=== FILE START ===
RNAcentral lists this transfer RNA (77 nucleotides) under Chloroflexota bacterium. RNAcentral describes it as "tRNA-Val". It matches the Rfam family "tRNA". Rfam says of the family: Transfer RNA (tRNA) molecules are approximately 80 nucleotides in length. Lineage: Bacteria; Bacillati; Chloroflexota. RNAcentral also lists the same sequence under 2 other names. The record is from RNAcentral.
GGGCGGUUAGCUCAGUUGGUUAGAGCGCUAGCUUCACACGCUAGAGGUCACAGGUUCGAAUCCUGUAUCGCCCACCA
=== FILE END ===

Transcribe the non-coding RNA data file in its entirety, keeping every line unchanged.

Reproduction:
RNAcentral lists this transfer RNA (77 nucleotides) under Chloroflexota bacterium. RNAcentral describes it as "tRNA-Val". It matches the Rfam family "tRNA". Rfam says of the family: Transfer RNA (tRNA) molecules are approximately 80 nucleotides in length. Lineage: Bacteria; Bacillati; Chloroflexota. RNAcentral also lists the same sequence under 2 other names. The record is from RNAcentral.
GGGCGGUUAGCUCAGUUGGUUAGAGCGCUAGCUUCACACGCUAGAGGUCACAGGUUCGAAUCCUGUAUCGCCCACCA